A non-governmental organisation (NGO) in Britain is set to call on Switzerland to indict the Iraqi leader, Saddam Hussein, on charges of genocide.This content was published on April 30, 2001 - 07:24
Indict, based in London, has already persuaded the British authorities to open a preliminary investigation into claims Saddam committed crimes of genocide against ethnic Iraqi Kurds.
The organisation hopes the Swiss authorities will soon launch similar indictment proceedings against Saddam.
Switzerland would be in a position to launch such a case because it has ratified the international convention on genocide. The convention gives signatory countries the authority to investigate crimes committed outside their own national borders.
Indict is now preparing a dossier of evidence which it will shortly present to Geneva's chief public prosecutor, Bernard Bertossa.
Charles Forrest, director of Indict, confirmed in an interview with swissinfo that his organisation was seeking Bertossa's assistance with the indictment because the Swiss prosecutor has consistently shown an interest in global human rights affairs.
"With Mr Bertossa, we have someone who has shown before he is willing to stick his neck out when it comes to issues of international human rights," said Forrest.
Bertossa, who was unavailable for comment concerning possible criminal proceedings against Saddam, has been involved in a number of high-profile legal cases. In 1998, he lobbied the British authorities to extradite the former Chilean dictator, Augusto Pinochet, to Switzerland on charges of assassination, kidnapping and the sequestration of assets.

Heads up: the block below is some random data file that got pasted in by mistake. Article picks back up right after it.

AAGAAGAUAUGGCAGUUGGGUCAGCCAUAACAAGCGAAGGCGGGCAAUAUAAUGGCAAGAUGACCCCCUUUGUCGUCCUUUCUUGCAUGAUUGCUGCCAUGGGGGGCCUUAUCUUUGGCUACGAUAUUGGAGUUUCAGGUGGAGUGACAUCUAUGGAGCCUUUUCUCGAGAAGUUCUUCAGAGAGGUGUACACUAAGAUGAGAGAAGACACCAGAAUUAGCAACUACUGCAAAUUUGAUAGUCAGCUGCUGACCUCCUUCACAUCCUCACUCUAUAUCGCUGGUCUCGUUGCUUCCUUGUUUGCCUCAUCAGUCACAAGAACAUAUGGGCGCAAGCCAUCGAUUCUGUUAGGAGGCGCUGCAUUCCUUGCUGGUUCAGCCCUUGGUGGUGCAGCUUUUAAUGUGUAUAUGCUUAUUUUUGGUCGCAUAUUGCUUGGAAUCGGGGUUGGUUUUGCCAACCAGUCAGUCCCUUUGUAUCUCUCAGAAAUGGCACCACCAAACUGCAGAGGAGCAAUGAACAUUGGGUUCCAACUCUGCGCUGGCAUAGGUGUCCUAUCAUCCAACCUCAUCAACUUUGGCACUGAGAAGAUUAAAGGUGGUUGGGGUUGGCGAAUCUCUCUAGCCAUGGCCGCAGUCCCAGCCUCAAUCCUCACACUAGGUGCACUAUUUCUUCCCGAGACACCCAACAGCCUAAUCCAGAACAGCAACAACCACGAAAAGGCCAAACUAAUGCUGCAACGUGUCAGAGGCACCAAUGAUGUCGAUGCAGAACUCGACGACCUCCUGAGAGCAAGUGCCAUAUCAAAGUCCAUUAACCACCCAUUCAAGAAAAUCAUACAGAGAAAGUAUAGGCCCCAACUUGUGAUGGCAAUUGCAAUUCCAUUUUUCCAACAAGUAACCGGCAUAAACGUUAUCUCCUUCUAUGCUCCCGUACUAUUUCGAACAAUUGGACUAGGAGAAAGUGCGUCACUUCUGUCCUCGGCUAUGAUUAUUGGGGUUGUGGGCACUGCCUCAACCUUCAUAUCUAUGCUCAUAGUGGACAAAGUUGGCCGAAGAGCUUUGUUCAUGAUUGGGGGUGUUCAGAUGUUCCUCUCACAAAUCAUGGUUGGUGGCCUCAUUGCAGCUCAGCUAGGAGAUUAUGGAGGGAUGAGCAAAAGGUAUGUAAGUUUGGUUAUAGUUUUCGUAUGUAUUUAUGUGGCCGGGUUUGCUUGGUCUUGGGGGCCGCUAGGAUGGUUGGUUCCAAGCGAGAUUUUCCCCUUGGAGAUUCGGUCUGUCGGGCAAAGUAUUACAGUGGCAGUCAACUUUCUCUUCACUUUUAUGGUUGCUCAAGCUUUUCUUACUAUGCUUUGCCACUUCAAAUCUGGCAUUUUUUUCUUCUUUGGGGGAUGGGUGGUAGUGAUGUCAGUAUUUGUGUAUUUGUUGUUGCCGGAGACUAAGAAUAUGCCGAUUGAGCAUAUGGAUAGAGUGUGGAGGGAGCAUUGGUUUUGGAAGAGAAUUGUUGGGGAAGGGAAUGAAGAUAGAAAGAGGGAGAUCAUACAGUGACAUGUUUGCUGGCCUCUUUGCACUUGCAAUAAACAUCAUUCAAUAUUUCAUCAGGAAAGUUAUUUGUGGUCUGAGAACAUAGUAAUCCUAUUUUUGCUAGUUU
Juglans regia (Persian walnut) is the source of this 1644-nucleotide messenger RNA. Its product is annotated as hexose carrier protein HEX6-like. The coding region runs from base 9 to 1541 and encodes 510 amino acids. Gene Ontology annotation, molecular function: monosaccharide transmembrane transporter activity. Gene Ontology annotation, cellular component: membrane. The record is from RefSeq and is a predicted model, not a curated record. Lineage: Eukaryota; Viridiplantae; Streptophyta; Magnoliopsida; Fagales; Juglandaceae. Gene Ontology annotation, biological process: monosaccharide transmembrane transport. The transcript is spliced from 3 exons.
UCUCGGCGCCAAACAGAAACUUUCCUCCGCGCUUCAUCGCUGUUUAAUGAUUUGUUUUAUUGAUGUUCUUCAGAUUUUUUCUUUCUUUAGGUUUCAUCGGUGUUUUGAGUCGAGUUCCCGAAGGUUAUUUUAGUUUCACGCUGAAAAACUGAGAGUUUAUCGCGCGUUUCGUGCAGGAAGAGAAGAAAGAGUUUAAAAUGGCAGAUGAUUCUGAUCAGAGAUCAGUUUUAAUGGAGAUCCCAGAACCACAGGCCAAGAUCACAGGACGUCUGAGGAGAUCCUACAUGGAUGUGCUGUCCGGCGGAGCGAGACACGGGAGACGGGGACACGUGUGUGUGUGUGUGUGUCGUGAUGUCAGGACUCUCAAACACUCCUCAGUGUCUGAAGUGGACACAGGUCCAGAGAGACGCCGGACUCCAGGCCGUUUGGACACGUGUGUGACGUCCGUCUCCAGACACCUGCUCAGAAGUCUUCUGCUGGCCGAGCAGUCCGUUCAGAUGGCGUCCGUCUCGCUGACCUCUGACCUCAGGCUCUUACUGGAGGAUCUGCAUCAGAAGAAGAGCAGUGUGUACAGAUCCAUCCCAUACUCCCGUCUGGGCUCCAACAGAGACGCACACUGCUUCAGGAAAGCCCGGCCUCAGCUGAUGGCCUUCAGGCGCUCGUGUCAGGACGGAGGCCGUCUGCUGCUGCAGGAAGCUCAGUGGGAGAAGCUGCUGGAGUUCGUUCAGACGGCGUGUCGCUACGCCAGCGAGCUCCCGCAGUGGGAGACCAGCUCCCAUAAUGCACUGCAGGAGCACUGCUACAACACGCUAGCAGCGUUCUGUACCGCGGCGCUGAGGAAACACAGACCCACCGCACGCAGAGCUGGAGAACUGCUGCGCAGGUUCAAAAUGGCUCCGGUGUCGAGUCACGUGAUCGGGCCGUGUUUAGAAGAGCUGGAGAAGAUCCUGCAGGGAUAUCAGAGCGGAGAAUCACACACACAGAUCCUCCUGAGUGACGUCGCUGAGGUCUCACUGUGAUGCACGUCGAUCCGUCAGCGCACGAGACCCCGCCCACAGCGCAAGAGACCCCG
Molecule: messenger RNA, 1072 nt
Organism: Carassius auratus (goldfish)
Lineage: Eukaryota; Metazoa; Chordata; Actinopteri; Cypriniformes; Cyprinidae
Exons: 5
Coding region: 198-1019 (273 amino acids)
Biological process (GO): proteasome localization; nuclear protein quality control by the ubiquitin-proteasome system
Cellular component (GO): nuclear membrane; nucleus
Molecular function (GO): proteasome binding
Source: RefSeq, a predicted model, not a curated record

Switzerland's importance as an international centre was also a decisive factor in the organisation's decision to lobby the public prosecutor.
"As a centre for global affairs," Forrest told swissinfo, "Switzerland has always taken a lead in human rights and international law. Their decision to investigate Saddam would set an important precedent for other countries to follow suit."
Indict cites the fate of figures such as Pinochet and the former Yugoslav president, Slobodan Milosevic. "Until recently," said Forrest, "people thought it would be impossible to bring a case against them. Now we see both these men are facing justice."
Indict has also let it be known it is seeking Switzerland's co-operation because a number of influential Iraqis, including members of Saddam Hussein's government, have often visited and maintained connections with the country.
One of the most prominent Iraqis to be linked with Switzerland, Barzan al-Takriti, served as the country's ambassador to the United Nations and is Saddam Hussein's half-brother.
In addition to its case against Saddam, Indict is preparing to submit evidence concerning eleven other high-ranking Iraqi government officials who, the organisation claims, could also be indicted in Switzerland.
Indict's legal team admits it is unlikely Saddam will be brought to justice or put on trial in Switzerland or elsewhere. But the organisation's ultimate aim, says Forrest, is to create a "net of indictments and extraditions which will make it impossible for people like Saddam to travel without impunity around the world."
Although reluctant to put a timescale on a possible Swiss indictment of Saddam, Indict has made it clear there will be no shortage of evidence when the organisation does submit its dossier to Bertossa's office.
"We know there are victims of crimes of genocide and torture by the Iraqi regime who now live in Switzerland," said Forrest, "as well as Swiss citizens who were taken hostage during the Gulf War."
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